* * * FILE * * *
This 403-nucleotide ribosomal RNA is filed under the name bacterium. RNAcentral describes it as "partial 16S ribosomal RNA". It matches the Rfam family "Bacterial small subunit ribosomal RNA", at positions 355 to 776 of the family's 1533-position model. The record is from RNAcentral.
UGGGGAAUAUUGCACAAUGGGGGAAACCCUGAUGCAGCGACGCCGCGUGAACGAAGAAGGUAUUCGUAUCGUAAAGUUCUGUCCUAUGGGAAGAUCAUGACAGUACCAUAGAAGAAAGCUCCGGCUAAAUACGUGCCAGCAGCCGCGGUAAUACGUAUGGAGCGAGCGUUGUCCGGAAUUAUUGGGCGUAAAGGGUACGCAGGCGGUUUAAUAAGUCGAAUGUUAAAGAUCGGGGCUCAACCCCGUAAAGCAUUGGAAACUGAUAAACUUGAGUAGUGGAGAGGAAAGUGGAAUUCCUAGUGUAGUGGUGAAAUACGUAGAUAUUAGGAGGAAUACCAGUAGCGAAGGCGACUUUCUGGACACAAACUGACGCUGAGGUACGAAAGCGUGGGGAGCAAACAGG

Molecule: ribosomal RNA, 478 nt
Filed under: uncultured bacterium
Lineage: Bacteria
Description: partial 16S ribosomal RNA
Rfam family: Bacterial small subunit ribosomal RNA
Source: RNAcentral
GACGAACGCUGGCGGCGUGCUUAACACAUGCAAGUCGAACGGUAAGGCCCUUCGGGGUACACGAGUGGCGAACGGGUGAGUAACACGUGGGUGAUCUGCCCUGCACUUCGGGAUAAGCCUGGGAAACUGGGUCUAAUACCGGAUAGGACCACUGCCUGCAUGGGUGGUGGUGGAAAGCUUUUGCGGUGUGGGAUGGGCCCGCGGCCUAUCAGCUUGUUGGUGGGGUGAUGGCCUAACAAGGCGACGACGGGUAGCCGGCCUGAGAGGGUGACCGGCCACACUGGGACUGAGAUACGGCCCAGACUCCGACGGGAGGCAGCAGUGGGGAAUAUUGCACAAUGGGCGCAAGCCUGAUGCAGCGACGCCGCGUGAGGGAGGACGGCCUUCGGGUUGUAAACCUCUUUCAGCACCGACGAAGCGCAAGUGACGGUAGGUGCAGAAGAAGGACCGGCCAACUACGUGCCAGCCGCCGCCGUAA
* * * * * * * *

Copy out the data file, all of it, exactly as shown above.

This 403-nucleotide ribosomal RNA is filed under the name bacterium. RNAcentral describes it as "partial 16S ribosomal RNA". It matches the Rfam family "Bacterial small subunit ribosomal RNA", at positions 355 to 776 of the family's 1533-position model. The record is from RNAcentral.
UGGGGAAUAUUGCACAAUGGGGGAAACCCUGAUGCAGCGACGCCGCGUGAACGAAGAAGGUAUUCGUAUCGUAAAGUUCUGUCCUAUGGGAAGAUCAUGACAGUACCAUAGAAGAAAGCUCCGGCUAAAUACGUGCCAGCAGCCGCGGUAAUACGUAUGGAGCGAGCGUUGUCCGGAAUUAUUGGGCGUAAAGGGUACGCAGGCGGUUUAAUAAGUCGAAUGUUAAAGAUCGGGGCUCAACCCCGUAAAGCAUUGGAAACUGAUAAACUUGAGUAGUGGAGAGGAAAGUGGAAUUCCUAGUGUAGUGGUGAAAUACGUAGAUAUUAGGAGGAAUACCAGUAGCGAAGGCGACUUUCUGGACACAAACUGACGCUGAGGUACGAAAGCGUGGGGAGCAAACAGG

Molecule: ribosomal RNA, 478 nt
Filed under: uncultured bacterium
Lineage: Bacteria
Description: partial 16S ribosomal RNA
Rfam family: Bacterial small subunit ribosomal RNA
Source: RNAcentral
GACGAACGCUGGCGGCGUGCUUAACACAUGCAAGUCGAACGGUAAGGCCCUUCGGGGUACACGAGUGGCGAACGGGUGAGUAACACGUGGGUGAUCUGCCCUGCACUUCGGGAUAAGCCUGGGAAACUGGGUCUAAUACCGGAUAGGACCACUGCCUGCAUGGGUGGUGGUGGAAAGCUUUUGCGGUGUGGGAUGGGCCCGCGGCCUAUCAGCUUGUUGGUGGGGUGAUGGCCUAACAAGGCGACGACGGGUAGCCGGCCUGAGAGGGUGACCGGCCACACUGGGACUGAGAUACGGCCCAGACUCCGACGGGAGGCAGCAGUGGGGAAUAUUGCACAAUGGGCGCAAGCCUGAUGCAGCGACGCCGCGUGAGGGAGGACGGCCUUCGGGUUGUAAACCUCUUUCAGCACCGACGAAGCGCAAGUGACGGUAGGUGCAGAAGAAGGACCGGCCAACUACGUGCCAGCCGCCGCCGUAA